not your average lunch lady: jeremy barnwell

Jeremy Barnwell is not your average lunch lady. Tall, bearded, tattooed, and passionately committed to the local food movement, he’s more daring entrepreneur than cafeteria worker.  After years of running a successful pastured poultry operation, he heard his wife bemoaning the lackluster and nutritionally deficient lunches served at The Rawson Saunders School where she is an elementary school teacher, and decided he could do a better job.  No matter that he had not cooked professionally before; he sold the new head of school with his enthusiasm and his big idea to create a local and farm-based lunch program for the school.  Sometimes what you don’t know leads to innovation, and four years later, he has legions of tiny fans and the unwavering support and trust of their parents, grows and harvests fresh produce at the school for his meals, teaches an elective cooking course at Rawson Saunders, has expanded to a second campus, wowed the audience at TEDx Austin with a bento box style lunch, and has plans to grow Barnison Catering even bigger to meet the needs of more kids in the Austin community.  We visit Jeremy in the cafeteria kitchen to see for ourselves the surest sign of his success: kids holding lunch trays piled high with fresh, colorful, just-harvested organic vegetables and fruit, wearing ear-to-ear grins, ready to dig in.

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Tell your brand story in 5 words.

Healthy school lunches, locally sourced.

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What was your first job?

My first job was at age twelve working in a small convenience store/deli/ gas station/feed store that my mom owned in northeast Texas.

What is your biggest motivator?

Knowing that I am changing the way that kids: that will hopefully affect the rest of their lives.

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What has been your greatest mistake?

Trying to do too much by myself. I was always reluctant to hire anyone to help. Since hiring my first employee just this year (the amazing Anne Hargrove), I have watched my business grow significantly. I realized that there are people out there who share the same integrity and passion that I have for putting out an excellent product.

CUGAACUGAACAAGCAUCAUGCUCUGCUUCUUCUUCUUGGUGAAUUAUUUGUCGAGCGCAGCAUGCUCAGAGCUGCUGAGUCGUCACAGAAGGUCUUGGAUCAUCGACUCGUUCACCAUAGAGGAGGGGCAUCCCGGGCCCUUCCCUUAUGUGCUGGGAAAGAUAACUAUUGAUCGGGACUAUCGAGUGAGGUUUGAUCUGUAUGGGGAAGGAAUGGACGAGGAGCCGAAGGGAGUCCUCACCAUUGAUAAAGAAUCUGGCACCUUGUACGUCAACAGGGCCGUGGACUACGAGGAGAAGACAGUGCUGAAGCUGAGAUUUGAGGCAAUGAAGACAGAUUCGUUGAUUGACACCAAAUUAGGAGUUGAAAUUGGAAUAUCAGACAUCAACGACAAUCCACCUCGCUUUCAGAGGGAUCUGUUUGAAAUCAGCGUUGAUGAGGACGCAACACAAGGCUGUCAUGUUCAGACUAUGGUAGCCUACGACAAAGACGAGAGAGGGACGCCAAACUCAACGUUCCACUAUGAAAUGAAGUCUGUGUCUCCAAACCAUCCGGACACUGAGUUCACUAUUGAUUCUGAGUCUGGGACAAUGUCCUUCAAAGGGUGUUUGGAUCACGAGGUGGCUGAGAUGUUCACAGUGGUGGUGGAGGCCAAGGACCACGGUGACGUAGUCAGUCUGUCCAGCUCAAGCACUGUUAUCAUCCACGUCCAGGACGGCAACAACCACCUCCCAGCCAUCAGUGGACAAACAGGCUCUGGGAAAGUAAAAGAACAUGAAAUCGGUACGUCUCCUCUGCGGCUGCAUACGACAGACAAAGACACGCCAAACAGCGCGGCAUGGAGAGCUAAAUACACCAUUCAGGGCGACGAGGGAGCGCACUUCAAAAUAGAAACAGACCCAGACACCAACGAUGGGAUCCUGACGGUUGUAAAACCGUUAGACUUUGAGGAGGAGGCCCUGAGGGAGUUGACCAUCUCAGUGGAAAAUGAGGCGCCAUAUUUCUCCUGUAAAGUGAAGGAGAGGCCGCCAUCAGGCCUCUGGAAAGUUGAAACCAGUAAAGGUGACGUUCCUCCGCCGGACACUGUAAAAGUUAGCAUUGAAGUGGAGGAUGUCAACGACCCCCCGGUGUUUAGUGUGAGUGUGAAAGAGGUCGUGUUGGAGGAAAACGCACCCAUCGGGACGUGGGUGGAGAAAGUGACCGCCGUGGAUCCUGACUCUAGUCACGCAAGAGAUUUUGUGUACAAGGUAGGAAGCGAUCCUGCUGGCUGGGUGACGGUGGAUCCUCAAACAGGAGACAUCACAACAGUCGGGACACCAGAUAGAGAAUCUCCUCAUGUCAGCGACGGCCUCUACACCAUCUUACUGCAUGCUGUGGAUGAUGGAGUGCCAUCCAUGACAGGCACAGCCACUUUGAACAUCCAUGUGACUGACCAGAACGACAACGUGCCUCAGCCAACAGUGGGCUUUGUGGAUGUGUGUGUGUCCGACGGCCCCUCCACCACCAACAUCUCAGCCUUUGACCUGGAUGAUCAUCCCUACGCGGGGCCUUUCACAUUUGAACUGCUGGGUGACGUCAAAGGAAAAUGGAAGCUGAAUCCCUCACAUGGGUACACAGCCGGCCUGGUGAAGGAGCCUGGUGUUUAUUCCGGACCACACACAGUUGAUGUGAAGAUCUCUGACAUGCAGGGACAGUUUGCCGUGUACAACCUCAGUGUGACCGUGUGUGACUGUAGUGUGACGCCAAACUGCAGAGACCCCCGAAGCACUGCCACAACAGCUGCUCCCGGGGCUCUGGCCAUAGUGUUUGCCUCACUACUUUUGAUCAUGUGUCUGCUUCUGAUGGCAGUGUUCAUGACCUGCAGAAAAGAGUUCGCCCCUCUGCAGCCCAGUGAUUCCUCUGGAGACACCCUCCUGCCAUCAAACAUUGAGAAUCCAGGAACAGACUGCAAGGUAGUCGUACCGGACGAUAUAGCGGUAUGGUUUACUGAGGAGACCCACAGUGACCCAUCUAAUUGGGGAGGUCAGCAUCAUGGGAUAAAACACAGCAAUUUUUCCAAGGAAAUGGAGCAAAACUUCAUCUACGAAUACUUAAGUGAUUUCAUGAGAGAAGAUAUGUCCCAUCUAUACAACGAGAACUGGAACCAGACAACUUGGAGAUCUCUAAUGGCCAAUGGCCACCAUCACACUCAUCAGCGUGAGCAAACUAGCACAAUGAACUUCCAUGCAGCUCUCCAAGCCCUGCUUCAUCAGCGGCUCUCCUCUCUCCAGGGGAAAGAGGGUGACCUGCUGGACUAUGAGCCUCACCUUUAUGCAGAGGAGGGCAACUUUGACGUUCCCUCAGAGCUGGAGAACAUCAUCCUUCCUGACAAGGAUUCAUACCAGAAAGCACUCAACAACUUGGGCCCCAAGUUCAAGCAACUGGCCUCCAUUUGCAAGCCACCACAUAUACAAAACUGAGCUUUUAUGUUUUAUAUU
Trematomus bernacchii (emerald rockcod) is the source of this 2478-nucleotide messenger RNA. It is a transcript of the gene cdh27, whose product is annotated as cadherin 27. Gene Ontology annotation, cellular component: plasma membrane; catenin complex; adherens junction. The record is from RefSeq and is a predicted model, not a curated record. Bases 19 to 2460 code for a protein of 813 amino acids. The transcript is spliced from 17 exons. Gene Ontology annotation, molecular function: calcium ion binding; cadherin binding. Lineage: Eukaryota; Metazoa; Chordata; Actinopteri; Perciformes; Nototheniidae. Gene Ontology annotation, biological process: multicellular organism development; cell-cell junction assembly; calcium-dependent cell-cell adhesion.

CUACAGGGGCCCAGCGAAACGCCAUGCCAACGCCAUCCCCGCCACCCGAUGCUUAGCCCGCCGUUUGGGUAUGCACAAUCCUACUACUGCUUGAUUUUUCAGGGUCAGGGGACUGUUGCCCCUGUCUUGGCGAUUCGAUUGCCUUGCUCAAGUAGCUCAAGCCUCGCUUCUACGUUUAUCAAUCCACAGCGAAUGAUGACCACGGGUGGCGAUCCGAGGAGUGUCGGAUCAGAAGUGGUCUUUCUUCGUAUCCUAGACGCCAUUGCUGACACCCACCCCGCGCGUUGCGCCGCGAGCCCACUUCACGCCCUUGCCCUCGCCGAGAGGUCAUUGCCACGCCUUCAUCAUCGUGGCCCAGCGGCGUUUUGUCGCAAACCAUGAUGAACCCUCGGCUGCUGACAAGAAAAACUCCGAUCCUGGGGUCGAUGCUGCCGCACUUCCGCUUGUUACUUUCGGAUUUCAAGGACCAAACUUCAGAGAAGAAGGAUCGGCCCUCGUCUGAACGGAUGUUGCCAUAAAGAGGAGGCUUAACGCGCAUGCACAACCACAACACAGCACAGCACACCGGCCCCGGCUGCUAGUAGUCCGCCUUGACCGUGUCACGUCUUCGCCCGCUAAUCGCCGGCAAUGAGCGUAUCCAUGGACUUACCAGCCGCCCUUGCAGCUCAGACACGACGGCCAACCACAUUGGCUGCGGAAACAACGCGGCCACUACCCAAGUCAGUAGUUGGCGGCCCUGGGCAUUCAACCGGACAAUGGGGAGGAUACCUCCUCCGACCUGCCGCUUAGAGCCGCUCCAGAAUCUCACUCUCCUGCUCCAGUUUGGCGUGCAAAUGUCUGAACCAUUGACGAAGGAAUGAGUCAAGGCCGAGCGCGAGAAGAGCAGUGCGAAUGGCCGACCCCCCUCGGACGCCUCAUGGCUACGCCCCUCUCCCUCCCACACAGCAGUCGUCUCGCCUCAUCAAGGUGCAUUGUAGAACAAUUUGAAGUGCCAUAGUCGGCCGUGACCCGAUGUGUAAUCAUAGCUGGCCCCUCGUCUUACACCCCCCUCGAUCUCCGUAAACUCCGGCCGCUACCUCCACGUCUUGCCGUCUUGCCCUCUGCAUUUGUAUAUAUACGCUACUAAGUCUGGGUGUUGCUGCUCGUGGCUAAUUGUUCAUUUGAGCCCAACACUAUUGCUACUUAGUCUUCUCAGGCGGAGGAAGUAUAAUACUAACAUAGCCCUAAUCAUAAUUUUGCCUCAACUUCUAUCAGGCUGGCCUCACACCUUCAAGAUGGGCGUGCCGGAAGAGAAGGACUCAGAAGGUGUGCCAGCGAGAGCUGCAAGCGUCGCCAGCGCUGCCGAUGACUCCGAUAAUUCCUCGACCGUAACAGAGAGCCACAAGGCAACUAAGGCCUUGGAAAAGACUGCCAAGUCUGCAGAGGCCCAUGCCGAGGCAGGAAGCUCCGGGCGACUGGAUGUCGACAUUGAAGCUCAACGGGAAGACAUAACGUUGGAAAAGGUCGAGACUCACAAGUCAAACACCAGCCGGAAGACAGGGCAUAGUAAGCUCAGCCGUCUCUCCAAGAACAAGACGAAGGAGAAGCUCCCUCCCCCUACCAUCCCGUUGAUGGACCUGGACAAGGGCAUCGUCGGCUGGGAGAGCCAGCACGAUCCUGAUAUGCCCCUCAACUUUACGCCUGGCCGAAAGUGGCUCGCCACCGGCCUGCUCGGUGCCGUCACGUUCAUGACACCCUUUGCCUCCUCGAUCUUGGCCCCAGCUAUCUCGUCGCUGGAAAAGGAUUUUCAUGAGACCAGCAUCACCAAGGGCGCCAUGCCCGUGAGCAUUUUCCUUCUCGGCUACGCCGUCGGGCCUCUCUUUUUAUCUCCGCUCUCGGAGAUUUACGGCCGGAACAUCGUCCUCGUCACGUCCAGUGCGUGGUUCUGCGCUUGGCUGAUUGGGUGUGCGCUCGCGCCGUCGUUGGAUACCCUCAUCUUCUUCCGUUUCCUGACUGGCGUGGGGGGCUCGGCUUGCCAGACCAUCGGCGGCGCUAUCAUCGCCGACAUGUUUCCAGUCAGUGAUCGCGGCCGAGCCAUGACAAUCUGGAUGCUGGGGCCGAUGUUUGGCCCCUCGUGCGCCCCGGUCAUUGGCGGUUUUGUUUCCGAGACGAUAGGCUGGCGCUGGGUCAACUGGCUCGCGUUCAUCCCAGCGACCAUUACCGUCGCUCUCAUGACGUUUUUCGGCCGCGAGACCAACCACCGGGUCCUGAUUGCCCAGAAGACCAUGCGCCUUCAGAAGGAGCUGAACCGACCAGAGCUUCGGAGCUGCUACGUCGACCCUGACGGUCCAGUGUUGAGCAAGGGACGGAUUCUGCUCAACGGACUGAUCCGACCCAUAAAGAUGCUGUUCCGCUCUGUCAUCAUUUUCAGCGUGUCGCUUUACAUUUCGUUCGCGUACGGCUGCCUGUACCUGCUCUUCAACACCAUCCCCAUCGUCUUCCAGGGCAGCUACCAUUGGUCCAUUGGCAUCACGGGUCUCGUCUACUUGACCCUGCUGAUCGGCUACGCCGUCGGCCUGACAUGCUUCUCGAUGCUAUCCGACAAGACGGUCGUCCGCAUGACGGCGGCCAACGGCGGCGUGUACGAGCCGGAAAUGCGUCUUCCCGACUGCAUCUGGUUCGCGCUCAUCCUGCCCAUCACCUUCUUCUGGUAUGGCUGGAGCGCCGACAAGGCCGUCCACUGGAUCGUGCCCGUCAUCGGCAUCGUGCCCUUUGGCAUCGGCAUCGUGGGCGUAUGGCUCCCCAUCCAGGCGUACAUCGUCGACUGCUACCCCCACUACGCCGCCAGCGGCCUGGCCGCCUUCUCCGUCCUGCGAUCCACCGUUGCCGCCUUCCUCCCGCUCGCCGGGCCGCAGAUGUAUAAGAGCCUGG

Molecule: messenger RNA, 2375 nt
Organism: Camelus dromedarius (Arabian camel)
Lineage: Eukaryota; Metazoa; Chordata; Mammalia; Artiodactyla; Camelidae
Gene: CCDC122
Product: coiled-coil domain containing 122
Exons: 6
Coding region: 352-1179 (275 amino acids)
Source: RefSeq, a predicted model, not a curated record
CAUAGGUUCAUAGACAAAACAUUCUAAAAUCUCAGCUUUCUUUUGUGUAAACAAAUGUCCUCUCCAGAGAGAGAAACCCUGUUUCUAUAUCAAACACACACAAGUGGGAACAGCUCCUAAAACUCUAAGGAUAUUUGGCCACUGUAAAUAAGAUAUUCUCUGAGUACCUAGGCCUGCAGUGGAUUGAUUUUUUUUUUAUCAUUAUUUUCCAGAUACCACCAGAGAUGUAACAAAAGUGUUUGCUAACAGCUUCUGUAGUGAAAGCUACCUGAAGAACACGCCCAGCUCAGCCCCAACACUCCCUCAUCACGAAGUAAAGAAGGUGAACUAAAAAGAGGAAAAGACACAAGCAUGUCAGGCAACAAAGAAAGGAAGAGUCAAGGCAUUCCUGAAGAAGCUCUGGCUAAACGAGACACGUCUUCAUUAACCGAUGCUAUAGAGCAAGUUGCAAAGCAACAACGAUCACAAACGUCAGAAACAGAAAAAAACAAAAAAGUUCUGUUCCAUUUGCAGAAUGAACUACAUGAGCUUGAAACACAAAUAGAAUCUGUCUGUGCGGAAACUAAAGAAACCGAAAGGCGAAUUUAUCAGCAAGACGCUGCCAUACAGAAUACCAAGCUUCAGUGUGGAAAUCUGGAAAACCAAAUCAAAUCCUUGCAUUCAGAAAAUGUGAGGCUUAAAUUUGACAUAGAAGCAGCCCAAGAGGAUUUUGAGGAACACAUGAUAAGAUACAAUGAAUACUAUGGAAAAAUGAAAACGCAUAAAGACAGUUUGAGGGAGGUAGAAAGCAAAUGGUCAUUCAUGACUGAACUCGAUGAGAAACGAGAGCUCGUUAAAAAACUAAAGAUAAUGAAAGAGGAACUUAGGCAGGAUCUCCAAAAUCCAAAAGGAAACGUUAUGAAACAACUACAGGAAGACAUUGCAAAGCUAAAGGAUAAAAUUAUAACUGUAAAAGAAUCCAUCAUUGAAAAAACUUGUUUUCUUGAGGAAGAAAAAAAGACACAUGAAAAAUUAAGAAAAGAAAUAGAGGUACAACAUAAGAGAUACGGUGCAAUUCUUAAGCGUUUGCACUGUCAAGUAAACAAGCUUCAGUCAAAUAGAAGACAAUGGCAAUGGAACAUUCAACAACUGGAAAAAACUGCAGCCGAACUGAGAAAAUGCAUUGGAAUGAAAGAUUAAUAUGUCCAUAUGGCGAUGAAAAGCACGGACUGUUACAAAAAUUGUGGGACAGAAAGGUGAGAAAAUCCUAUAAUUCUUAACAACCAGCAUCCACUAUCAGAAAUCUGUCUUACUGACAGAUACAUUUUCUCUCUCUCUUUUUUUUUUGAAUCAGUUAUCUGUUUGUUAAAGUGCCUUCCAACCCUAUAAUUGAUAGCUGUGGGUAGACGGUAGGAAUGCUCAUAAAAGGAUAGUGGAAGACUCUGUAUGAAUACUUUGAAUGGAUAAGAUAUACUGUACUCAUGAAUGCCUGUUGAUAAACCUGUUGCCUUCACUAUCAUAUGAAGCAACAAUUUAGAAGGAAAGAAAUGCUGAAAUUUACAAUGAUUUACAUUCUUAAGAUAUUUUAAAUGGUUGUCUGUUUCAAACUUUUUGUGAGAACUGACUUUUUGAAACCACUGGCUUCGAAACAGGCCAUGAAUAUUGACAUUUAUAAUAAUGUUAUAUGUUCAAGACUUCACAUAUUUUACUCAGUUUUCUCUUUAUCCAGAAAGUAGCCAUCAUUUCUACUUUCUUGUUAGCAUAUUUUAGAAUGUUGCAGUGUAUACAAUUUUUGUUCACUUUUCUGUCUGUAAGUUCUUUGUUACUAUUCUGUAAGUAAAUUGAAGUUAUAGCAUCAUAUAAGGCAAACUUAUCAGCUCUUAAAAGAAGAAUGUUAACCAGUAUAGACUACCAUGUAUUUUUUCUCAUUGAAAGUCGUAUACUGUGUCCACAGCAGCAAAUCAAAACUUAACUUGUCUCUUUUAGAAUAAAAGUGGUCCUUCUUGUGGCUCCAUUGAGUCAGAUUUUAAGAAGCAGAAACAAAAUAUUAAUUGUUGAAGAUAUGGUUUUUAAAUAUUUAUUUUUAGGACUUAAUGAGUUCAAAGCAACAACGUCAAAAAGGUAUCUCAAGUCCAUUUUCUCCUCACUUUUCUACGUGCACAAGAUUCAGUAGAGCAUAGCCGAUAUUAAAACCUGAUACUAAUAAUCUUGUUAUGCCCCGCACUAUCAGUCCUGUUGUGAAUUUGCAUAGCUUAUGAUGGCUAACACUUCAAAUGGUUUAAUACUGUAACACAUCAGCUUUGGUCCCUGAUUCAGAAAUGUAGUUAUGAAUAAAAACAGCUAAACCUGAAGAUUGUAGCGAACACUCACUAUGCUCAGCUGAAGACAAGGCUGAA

Tell us about your lucky break?

I’ve had so many, but the main two are as follows: 
My brother-in-law was on a flight and began to chat with the flight attendant who lived in Austin. He told her that his sister and I were moving to Austin soon and looking for work. She gave him the phone number of a man running a free-range poultry business in Austin. When I called the farmer to inquire about a job, he replied that he was getting out of the business and was looking to sell his farm. We went to visit and long story short, purchased the property and began our own poultry operation. Things seemed to just fall into place. Through that poultry operation, I had the opportunity to work with some great chefs who re-introduced me to my passion for cooking.
 The second big break was getting the school lunch job at Rawson Saunders School. When I started the poultry business, I hadn’t touched a chicken since I was a kid. Within a few months, we had raised enough birds to sustain a booth at the farmer’s market. When I began serving lunches, I had never worked in a restaurant or kitchen, but within a few short months owned a successful food business. I feel like my whole adult life has been a lucky break.